Haiti in dire need of soap to help combat cholera epidemic

A boy in Bois Moquette, Haiti, washed with soap to help prevent the spread of cholera. The Pan American Health Organization predicts that 200,000 Haitians will show signs of the disease. A boy in Bois Moquette, Haiti, washed with soap to help prevent the spread of cholera. The Pan American Health Organization predicts that 200,000 Haitians will show signs of the disease. (Hector Retamal/AFP/Getty Images)
By William Booth
Washington Post / November 21, 2010

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PORT-AU-PRINCE, Haiti — The difference between life and death in Haiti is now an ordinary bar of soap.

Soap could slow the terrifying cholera outbreak that is quickly spreading and has entered the ravaged capital, according to health care specialists and international aid groups.

But in the squalid slums of Port-au-Prince and the river towns where the cholera outbreak began three weeks ago, many Haitians held up their hands and shook their heads, saying they had no soap to stop an infection that is spread by contaminated food and water and where a vigorous hand-washing, especially after using the toilet, is the number one way to save lives.

A cake of yellow Haitian soap costs about 50 cents. But many Haitians do not have soap because they cannot afford it. More than half the population lives on less than $1.25 a day.

“They buy food instead,’’ said Gaelle Fohr, a coordinator for hygiene programs in Haiti for the UN Children’s Fund.

“We borrow, we buy, but right now, we don’t have any soap in the house, I am sorry to say,’’ said Joceline Jeune, living with three children in a hillside shanty at the edge of a displaced persons camp, as a gutter filled with greasy, gray water flowed inches from her front door.

When confronted by dubious toilets or fly-specked markets, people here daily use the expression, “Mikwob pa touye ayisyen,’’ which translates, “Germs don’t kill Haitians.’’

“As hard as it is to believe, Haiti still needs soap. They have many needs, but soap — and access to clean water — is absolutely essential to fight cholera,’’ Nigel Fisher, the top UN humanitarian aid coordinator, said in an interview.

There are plans for more water trucks, and more chlorine in water tanks, wells, and distribution points. But building a modern water and sanitation system will take years. By contrast, experts say, soap is fast and doable, allowing people to clean their hands.

Foreign governments, international aid groups, and individuals have sent more than $3.4 billion in humanitarian aid here in the 10 months since a tremendous 7.0 magnitude earthquake struck the capital, killing about 300,000 people and displacing more than 1.5 million, according to the Haitian government. But poverty is so deep, needs can seem bottomless.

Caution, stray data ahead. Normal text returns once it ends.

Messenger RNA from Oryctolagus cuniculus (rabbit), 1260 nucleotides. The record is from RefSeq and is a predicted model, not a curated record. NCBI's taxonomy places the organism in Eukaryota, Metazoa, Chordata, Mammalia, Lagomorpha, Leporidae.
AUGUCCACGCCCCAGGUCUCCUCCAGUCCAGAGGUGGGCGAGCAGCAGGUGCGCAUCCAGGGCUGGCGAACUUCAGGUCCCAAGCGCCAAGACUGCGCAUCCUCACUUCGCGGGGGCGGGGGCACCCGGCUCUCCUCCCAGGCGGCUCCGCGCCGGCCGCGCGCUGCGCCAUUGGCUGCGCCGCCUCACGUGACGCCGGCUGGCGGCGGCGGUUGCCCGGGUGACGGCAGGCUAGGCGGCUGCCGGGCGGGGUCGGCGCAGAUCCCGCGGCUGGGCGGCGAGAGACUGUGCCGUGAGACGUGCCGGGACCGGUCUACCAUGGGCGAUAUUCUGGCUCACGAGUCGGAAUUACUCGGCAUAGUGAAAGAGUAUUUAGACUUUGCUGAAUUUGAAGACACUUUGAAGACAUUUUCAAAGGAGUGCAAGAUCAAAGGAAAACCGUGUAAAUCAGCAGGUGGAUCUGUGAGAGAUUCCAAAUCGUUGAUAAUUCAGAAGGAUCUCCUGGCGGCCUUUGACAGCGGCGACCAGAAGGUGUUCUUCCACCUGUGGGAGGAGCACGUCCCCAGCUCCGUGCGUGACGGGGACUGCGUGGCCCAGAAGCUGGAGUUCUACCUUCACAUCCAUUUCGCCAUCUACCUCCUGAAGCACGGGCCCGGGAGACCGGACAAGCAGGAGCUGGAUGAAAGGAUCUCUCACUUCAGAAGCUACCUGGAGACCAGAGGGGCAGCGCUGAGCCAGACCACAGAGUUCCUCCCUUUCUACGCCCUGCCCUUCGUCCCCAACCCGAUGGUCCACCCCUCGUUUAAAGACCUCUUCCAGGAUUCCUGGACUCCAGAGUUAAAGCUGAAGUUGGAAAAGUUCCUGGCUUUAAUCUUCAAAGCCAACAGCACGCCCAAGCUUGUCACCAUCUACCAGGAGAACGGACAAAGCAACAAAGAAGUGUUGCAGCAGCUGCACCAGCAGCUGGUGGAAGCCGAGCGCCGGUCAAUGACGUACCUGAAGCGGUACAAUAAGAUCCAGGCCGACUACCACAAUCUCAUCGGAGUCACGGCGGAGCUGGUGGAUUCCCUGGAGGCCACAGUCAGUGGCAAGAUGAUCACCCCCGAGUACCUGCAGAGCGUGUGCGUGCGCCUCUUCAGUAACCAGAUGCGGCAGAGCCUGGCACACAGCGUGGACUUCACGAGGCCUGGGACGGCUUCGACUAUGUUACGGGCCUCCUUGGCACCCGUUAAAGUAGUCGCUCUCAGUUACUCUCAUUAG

“Haiti has crowded slums, poor hygiene, incredible poverty — before and after the earthquake. This is an extremely contagious, extremely virulent strain,’’ Fisher said. “It can kill in a few hours — unless you get help. We have well over a million people in camps; we have a disease that spreads by hand, mouth, touch, water. It can lie dormant for five days. You cannot tell who is infected. The country is now facing a tremendous challenge with limited resources.’’

Experts at the Pan American Health Organization forecast that 200,000 Haitians will show signs of the disease, while it is possible that 1 million will be infected but remain asymptomatic carriers still capable of spreading the potentially deadly bacteria.

The United Nations has appealed for $164 million in emergency funds to fight cholera in Haiti. The organization plans to spend more than half the money on clean water, basic sanitation, and improved hygiene, and far less on treating the sick, because of the relative cost and importance of prevention. Epidemiologists anticipate that the epidemic will continue to spread, and cases will appear in bursts of sudden outbreaks over the next six months.

“For the people who live in the hills, it is a two-hour walk to the road, where they can catch a tap-tap [a bus], and some of them have already been sick for two or three days, and they have to be carried to that road,’’ said Heather Lorenzen of the International Medical Corps as she was erecting tents to serve as a cholera treatment center in Gonaives in the Artibonite valley.

Across the street, workers in yellow gloves and protective masks were scouring the floors and walls of the main hospital that had been overwhelmed by cholera patients. The illness can produce diarrhea and vomiting, and patients die not of the toxin that the cholera bacteria produces but of dehydration.

In the past two weeks, international aid groups have been scrambling to deliver soap and hygiene kits to some of the millions still living in tarp and tent camps in the capital and to the most vulnerable populations in the countryside.

UNICEF brought 100,000 pieces of soap to 500 of the country’s orphanages. Along the Artibonite River valley, the group distributed 82,000 bars. It will be heading to 5,000 schools in coming weeks.

Another group, Clean the World, has distributed 100,000 bars of used soap it collected from 550 North American hotels that recycle the bars instead of throwing them away after one use by a guest.

They promise 200,000 more bars of soap by the end of the month.

But shortages abound — not only of soap, but also of bleach, intravenous fluids, powdered rehydration solutions, and doctors and nurses trained in treating cholera.

Haiti had not had an outbreak in more than 50 years.

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